India, China attract clinical outsourcing'

Cost pressures, the need to tap global talent, and growth opportunities in emerging markets has led Western pharmaceutical companies to shift substantial manufacturing and clinical-trial works to India and China, according to a new study. Big pharmaceutical companies like Merck, Eli Lilly and Johnson and Johnson are now counting these two countries for advanced research and development, the study sponsored by the Ewing Marion Foundation said. Indian and Chinese scientists are rapidly innovating and creating their own intellectual property as a result of Research and Development activities, the report entitled 'The globalization of innovation: Pharmaceuticals. Can India and China Cure the Global Pharmaceutical Market".

In 2006, 5.5% of all global pharmaceutical patent applications (WIPO PCT applications) named one inventor or more were located in India, and 8.4% in China. This had increased fourfold from that in 1995. Through detailed interviews with executives of 16 pharmaceutical firms in China and India on their business models, value-chain activities, partnerships and technology capabilities, the researchers concluded that Indian and Chinese companies are making strides in most of the lucrative segments of global value chains. In less lucrative segments such as preclinical testing, animal experimentation and manufacturing, Chinese firms appear to be more prevalent while India is a more mature venue for chemistry and drug-discovery activities. Domestic Indian and Chinese firms rarely have the capital and the regulatory expertise to develop a drug beyond phase II clinical trials. Their commercial development of new intellectual property therefore necessitates relationships with major multinational corporations.

The study found that India is playing a more strategic role in early discovery and its drug companies have the most experience in selling generic drugs that meet FDA standards. Companies such as Ranbaxy, Aurigene, Advinus, Nicholas Piramal and Jubilant have negotiated long-term deals with Western pharmaceutical companies to discover and develop new chemical entities. In a growing number of cases, the Indian companies share the financial risk in discovery as well as the potential financial rewards. One Chinese company, Hutchison MediPharma, has formed a similar partnership with Eli Lilly. Others are likely to follow suit as Chinese contract research organizations gain experience and Western companies trust in China's ability to protect intellectual property, said the researchers.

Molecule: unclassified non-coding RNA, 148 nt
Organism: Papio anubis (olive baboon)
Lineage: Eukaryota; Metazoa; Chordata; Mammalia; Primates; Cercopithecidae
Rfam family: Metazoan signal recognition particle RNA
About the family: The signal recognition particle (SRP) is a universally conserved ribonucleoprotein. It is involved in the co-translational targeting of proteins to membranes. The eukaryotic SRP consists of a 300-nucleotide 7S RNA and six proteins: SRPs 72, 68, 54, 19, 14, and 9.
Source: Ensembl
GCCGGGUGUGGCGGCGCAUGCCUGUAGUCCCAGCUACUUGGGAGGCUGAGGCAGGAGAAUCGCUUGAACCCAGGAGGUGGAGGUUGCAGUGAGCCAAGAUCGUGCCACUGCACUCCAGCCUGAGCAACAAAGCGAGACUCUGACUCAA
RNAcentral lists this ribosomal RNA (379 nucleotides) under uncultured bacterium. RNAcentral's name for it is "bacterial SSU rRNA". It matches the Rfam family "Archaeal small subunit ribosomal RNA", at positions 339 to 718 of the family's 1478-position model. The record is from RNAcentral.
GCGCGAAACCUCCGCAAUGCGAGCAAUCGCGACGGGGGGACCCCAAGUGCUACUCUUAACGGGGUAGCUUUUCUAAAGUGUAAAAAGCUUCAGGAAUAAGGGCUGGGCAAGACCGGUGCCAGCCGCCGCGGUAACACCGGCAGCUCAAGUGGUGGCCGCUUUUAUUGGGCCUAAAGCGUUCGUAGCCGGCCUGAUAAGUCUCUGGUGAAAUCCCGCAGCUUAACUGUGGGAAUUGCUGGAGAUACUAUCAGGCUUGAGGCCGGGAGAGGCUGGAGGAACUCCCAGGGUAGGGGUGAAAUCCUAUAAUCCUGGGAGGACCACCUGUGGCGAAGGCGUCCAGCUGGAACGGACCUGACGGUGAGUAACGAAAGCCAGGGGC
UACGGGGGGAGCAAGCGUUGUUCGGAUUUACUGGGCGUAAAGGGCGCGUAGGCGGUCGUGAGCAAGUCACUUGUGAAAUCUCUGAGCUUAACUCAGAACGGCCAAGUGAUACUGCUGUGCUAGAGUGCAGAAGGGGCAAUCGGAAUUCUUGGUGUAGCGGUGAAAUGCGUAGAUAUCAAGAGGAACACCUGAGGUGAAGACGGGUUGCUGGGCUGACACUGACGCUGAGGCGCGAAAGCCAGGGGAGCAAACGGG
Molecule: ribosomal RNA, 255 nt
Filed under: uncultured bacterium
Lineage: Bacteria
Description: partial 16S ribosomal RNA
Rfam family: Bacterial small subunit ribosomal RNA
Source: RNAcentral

Tuesday, June 24, 2008

India, Singapore IPR cooperation likely to be signed soon

Union Minister of Commerce and Industry Kamal Nath on Monday stated that a bilateral agreement on Intellectual Property Rights (IPR) cooperation between the intellectual property offices of India and Singapore will be signed shortly. During his bilateral meeting with Lim Hng Kiang, Minister for Trade and Industry of Singapore, Nath informed that as regards the Association of Southeast Asian Nations (ASEAN)-India FTA, considerable progress was made during the last meeting in Bali and added: "I am now hopeful that we would be able to achieve our target of announcing the conclusion of negotiations at the AEM-India consultations in August". During the interaction, Kamal Nath said that Singapore was India's fifth largest merchandise trading partner and fourth largest merchandise export market and added that India's exports to Singapore grew by 16 per cent in the year 2007-08 compared to a growth of 42 per cent in the imports from Singapore.